In contrast, the present invention teaches the use of an RC network to energize and deenergize the electrodes of an accelerator and/or reflectron in a pulsed manner with turn-on and turn-off times of about 0.05 us. Also, the present invention teaches the use of an accelerator and a reflectron instead of two reflectrons. Further, the present invention teaches a means and method whereby only the accelerator need be pulsed. Finally, an alternative embodiment of the present invention is described below and is such that the analysis is concluded using a deflecting device which deflects the ions away from the analyzer axis and into a detector.
FIG. 8 shows an alternative embodiment of an accelerator 80 according to the present invention. In this embodiment, capacitors 86 of RC network 84 are formed from electrodes 82 of accelerator 80. As shown, capacitors 86 may be produced by forming the electrodes with a rim at least part of the way around electrodes 82. By bringing the rims of adjacent plates sufficiently close together, the capacitance between them can, in principle, be made to be any desired value. Insulating material may be placed between the electrodes to insure that arcs do not occur when RC network 84 is energized.
FIG. 9 shows an embodiment of a reflectron 90 according to the present invention. This embodiment shows how an RC network 92 may be used to electrically connect the elements of a reflectron 90 to one another. As in the accelerator, the electrodes of reflectron 90 are formed as conducting rings which are equally spaced along the axis of reflectron 90. Also, conducting mesh is mounted on the two outer electrodes. Equipping a reflectron 90 with an RC network 92 makes it possible to pulse the reflectron "on" and "off" in a short time scale--i.e. less than 1 us.
However, in the preferred embodiment of the spectrometer of the present invention, the reflectron is not pulsed. As a result, the capacitors are not required. In this case only resistors are used in biasing the reflectron's electrodes. It should be noted that in any of the above cases where an RC network is used, one may form an electrical input at any junction. That is, instead of providing a high voltage pulse at one end of the network and ground at the other end, one could provide an additional pulse in the middle of the network at one of the junctions between two capacitors. This would allow one to form two homogeneous electrostatic fields within a reflectron, for example, via the two sections of the RC network.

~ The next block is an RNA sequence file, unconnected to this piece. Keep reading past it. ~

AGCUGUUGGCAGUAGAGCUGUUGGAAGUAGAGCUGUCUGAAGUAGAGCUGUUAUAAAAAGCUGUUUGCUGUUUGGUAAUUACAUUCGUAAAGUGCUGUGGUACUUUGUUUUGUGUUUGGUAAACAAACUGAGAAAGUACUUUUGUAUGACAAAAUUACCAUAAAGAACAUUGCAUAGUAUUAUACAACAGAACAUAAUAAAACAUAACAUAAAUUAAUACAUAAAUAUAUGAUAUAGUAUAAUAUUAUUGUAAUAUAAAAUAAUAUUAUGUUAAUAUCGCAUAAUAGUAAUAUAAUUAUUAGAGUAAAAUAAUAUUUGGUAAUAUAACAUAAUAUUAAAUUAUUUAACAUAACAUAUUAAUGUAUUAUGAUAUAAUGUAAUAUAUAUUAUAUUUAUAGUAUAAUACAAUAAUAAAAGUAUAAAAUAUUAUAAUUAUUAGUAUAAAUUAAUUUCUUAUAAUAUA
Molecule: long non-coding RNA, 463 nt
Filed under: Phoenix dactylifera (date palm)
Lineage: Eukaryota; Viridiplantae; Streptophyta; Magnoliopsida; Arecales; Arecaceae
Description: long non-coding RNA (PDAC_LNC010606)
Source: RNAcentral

Referring now to FIG. 10, shown is an alternative embodiment of the time-of-flight mass spectrometer according to the present invention wherein the accelerator is not pulsed but the reflectron is pulsed to allow for the analysis and detection of ions. In this embodiment, accelerator 102 is always energized. A pulse of ions is produced within accelerator 102 by, for example, laser ionization. These ions are immediately accelerated by accelerator 102 along the axis of the analyzer toward reflectron 104. At the beginning of the analysis, reflectron 104 is energized. Thus, ions reaching reflectron 104 are reflected back toward accelerator 102. Now, the ions are reflected back and forth between accelerator 102 and reflectron 104 an indefinite number of times until the analysis is concluded by pulsing off or deenergizing reflectron 104. At such time, the ions are then able to pass freely through reflectron 104 and into detector 106 adjacent to it.
FIG. 11 shows yet another alternative embodiment of the spectrometer according to the present invention wherein accelerator 112 or reflectron 114 are not necessarily pulsed. In this case, ions may be generated external to accelerator 112, if the accelerator is pulsed on or energized, or interior to accelerator 112, in which case the accelerator is always energized. In either case, reflectron 114 is continuously energized so that ions will be reflected back and forth between accelerator 112 and reflectron 114 multiple times. To conclude the analysis, the ions are deflected by deflecting device 118 onto a trajectory which ends at detector 116. The deflecting device 118 may, for example, be a pair of conventional deflection plates as shown or a multideflector.
While the present invention has been described with reference to one or more preferred embodiments, such embodiments are merely exemplary and are not intended to be limiting or represent an exhaustive enumeration of all aspects of the invention. The scope of the invention, therefore, shall be defined solely by the following claims. Further, it will be apparent to those of skill in the art that numerous changes may be made in such details without departing from the spirit and the principles of the invention.
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|U.S. Classification||250/287, 250/282|
|Aug 20, 1999||AS||Assignment|
Owner name: BUKER ANALYTICAL INSTRUMENTS, INC., MASSACHUSETTS